“All the World Wants the Jews Dead: An Overwrought View from the Peak at the Bottom”

Before Dara Horn’s People Love Dead Jews, and before Bari Weiss’s “Everybody Hates the Jews,” there was Cynthia Ozick’s still powerful and urgent essay in Esquire.

A bereaved mother hugs the tombstone of her son, who died in the Yom Kippur War in 1973. David Rubinger/CORBIS/Corbis via Getty Images.

A bereaved mother hugs the tombstone of her son, who died in the Yom Kippur War in 1973. David Rubinger/CORBIS/Corbis via Getty Images.

Ruth R. Wisse
COLUMN
Oct. 18 2021
About Ruth

Ruth R. Wisse is a Mosaic columnist, professor emerita of Yiddish and comparative literatures at Harvard and a distinguished senior fellow at the Tikvah Fund. Her memoir Free as a Jew: a Personal Memoir of National Self-Liberation, chapters of which appeared in Mosaic in somewhat different form, is out from Wicked Son Press.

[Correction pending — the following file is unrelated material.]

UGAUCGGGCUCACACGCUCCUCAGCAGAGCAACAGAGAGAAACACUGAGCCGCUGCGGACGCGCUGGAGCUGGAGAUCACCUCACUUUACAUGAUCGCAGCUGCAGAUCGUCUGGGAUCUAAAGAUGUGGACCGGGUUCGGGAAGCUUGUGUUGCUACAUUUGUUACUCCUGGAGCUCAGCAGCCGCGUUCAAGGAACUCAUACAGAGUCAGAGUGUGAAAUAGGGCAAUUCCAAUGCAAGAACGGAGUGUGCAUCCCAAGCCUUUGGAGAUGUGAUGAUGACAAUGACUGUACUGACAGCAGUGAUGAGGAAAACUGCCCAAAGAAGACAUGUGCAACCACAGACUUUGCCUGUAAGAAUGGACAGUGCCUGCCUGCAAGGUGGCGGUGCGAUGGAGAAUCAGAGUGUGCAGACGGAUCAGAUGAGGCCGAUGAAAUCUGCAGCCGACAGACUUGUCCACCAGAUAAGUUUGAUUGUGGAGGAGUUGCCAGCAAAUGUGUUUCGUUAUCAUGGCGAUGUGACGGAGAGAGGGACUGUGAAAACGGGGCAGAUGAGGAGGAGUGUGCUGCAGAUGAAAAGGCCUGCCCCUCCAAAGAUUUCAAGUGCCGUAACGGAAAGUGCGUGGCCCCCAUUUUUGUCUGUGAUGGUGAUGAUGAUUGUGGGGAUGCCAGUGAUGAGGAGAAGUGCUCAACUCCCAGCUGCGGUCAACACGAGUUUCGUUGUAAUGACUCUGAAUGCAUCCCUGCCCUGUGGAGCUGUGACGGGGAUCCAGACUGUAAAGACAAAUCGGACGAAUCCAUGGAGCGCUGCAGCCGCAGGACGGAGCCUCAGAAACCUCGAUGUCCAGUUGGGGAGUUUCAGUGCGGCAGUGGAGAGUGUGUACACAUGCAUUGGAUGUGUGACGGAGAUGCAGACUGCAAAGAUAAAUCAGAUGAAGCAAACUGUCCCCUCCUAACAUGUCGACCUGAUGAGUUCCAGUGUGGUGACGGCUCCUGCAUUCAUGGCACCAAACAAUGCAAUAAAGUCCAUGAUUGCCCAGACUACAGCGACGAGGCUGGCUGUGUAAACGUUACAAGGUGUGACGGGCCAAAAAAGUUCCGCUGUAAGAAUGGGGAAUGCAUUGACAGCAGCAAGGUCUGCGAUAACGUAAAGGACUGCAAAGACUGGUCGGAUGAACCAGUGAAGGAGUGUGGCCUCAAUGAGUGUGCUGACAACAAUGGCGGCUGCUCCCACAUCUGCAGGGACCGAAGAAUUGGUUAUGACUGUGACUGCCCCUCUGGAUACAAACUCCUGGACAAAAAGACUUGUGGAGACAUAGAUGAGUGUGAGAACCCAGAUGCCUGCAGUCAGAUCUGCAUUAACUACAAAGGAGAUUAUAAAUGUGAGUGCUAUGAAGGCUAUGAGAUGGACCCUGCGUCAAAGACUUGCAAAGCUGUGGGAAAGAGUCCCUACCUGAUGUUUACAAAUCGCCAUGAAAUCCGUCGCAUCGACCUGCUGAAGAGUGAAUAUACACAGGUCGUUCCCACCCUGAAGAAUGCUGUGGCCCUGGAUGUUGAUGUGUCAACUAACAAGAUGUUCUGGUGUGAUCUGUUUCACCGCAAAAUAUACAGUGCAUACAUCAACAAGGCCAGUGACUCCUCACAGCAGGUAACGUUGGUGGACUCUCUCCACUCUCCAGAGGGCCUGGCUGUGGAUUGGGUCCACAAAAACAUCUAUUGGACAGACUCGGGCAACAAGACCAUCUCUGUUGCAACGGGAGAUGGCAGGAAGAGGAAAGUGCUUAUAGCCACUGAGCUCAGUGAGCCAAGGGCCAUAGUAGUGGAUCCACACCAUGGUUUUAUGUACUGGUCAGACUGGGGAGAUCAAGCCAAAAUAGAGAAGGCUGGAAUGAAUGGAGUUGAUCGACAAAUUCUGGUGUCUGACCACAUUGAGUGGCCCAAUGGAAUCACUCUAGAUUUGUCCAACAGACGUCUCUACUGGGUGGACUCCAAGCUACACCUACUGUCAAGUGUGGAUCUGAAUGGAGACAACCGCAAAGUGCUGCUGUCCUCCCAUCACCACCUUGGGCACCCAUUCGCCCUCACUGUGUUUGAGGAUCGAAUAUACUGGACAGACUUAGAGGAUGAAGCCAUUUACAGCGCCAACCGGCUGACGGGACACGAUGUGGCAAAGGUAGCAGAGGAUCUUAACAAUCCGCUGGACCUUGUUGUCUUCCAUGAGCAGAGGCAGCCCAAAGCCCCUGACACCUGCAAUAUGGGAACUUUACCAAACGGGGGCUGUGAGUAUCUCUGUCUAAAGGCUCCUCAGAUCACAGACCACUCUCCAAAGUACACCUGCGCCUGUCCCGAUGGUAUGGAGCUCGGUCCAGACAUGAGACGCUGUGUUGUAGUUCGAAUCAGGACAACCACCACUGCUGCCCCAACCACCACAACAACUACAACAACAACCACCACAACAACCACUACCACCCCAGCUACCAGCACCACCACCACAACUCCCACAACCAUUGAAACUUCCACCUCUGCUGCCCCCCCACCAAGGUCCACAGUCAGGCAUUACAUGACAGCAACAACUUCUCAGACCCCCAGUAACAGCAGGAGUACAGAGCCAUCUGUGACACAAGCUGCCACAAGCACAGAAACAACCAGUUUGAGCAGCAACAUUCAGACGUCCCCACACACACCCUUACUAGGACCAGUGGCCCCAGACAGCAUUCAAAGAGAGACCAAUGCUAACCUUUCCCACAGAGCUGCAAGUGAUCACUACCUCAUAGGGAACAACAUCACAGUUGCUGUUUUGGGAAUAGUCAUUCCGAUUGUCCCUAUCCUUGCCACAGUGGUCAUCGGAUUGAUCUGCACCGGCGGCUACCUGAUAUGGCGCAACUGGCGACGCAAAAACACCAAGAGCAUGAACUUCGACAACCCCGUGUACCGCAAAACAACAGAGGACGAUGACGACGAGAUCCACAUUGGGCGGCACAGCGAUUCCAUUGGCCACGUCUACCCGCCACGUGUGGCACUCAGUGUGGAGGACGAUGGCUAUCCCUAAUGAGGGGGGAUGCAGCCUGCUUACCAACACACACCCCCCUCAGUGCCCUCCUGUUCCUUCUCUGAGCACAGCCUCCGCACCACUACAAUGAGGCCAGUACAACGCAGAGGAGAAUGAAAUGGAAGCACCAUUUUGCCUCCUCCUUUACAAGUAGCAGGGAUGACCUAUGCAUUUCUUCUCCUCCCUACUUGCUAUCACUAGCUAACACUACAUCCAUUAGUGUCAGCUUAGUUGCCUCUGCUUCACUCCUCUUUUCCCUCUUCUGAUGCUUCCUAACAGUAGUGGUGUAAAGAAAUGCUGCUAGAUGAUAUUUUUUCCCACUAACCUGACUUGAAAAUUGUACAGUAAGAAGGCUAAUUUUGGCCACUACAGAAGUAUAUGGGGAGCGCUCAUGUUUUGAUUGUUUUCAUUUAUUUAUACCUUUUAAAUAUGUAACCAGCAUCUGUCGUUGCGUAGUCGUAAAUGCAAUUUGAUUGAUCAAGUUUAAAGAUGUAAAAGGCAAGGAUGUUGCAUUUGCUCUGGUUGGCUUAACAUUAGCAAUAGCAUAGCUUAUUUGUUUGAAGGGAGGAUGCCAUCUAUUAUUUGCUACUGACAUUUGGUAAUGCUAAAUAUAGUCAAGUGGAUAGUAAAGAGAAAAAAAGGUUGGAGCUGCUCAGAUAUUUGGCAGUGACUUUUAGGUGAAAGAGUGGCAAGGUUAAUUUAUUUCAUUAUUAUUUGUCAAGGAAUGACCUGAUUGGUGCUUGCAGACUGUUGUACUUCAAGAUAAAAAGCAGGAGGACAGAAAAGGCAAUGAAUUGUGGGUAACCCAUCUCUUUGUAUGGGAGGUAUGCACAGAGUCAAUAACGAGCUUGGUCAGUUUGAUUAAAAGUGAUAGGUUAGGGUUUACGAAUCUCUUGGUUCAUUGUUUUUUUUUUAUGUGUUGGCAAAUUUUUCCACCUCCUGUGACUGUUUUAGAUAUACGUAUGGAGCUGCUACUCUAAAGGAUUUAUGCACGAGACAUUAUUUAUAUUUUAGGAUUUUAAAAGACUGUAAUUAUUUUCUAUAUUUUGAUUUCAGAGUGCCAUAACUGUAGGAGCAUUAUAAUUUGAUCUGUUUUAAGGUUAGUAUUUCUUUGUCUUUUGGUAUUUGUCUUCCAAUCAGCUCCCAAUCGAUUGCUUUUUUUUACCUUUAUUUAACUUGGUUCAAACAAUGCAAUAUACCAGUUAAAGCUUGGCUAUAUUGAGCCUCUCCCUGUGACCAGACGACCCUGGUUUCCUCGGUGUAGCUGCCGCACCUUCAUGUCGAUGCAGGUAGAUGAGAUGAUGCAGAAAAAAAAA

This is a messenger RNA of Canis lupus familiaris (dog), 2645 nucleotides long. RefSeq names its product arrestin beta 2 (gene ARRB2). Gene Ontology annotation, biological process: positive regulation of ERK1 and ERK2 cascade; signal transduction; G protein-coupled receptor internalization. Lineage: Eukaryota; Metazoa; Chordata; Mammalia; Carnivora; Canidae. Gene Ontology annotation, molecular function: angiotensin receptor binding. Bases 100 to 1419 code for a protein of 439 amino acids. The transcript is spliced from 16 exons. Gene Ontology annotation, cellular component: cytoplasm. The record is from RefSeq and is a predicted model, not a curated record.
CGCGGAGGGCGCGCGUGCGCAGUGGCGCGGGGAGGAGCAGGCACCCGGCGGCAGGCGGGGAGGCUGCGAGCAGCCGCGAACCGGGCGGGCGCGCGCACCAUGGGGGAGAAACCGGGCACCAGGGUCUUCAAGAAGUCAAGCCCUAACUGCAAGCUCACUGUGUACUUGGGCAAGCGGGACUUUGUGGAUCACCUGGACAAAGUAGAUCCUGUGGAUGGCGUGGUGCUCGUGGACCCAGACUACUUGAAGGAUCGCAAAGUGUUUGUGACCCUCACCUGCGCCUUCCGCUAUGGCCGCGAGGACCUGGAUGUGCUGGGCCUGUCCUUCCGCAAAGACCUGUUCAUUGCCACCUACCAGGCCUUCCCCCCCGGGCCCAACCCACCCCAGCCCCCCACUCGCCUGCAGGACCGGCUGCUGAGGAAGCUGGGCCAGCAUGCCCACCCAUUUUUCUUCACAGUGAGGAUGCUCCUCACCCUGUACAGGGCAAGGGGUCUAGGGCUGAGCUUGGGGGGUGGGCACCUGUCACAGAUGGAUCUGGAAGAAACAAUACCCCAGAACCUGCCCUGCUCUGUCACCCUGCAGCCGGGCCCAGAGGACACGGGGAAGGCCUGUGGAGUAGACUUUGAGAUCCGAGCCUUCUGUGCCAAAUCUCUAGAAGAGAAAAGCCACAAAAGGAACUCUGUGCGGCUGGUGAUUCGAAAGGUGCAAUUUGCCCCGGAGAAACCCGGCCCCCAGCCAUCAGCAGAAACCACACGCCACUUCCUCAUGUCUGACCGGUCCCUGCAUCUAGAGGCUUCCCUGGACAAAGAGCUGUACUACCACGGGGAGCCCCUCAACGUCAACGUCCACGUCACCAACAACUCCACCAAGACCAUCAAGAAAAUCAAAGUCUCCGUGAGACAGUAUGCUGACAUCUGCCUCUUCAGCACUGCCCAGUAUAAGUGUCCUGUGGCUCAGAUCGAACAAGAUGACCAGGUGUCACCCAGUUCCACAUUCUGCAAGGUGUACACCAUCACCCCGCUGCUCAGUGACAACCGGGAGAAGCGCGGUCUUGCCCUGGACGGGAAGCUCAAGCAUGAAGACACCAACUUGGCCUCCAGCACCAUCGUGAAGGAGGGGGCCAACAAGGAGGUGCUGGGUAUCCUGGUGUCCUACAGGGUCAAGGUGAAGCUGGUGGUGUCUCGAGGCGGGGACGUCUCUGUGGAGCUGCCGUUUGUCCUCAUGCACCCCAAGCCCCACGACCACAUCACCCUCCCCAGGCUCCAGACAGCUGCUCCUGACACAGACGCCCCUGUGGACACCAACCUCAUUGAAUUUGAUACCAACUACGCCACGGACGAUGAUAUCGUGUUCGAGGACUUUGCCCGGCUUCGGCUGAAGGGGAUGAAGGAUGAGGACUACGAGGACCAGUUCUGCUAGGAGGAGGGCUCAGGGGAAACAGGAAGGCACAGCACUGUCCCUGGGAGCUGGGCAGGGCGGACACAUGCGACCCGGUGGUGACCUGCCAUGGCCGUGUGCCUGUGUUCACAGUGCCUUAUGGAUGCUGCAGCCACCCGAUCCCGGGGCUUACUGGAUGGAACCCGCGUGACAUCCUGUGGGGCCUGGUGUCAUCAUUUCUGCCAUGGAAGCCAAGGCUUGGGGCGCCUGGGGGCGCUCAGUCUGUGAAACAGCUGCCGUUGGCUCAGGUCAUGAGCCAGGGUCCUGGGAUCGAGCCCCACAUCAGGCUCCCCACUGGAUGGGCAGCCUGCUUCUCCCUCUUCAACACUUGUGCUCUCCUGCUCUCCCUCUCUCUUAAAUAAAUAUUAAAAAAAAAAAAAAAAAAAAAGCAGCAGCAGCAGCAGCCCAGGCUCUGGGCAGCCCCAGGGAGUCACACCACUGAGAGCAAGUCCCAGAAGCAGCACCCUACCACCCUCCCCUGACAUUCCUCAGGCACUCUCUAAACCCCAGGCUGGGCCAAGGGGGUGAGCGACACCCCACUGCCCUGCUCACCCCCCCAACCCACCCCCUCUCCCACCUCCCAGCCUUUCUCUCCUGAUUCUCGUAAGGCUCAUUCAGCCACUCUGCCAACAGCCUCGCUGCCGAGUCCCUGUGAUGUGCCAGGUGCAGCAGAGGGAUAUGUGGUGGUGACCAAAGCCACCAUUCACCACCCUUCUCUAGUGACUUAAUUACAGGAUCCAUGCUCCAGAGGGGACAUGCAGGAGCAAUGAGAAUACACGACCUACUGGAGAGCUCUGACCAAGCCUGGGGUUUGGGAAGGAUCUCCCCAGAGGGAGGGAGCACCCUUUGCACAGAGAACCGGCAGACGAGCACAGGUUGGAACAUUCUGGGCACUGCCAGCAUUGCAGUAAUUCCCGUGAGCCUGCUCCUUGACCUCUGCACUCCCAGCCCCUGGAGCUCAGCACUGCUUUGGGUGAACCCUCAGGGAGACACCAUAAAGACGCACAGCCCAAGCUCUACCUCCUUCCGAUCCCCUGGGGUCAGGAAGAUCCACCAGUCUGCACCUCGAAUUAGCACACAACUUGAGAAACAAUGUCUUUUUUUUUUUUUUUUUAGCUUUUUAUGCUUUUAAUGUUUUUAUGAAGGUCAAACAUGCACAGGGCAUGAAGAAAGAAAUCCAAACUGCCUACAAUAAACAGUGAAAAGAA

“All the World Wants the Jews Dead: An Overwrought View from the Peak at the Bottom”—a 7,200-word essay by Cynthia Ozick published in Esquire magazine in November 1974—is still as powerful and urgent as on the day it appeared. Now that Dara Horn and Bari Weiss, two of America’s most dynamic young writers, have given us their own updated versions of this theme—Weiss in How to Fight Anti-Semitism and her recent Substack entry, “Everybody Hates the Jews,” and Horn in her compelling book People Love Dead Jews—it is worth returning to see whether anything has changed since Ozick’s blast.

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More about: Anti-Semitism, Israel & Zionism, Politics & Current Affairs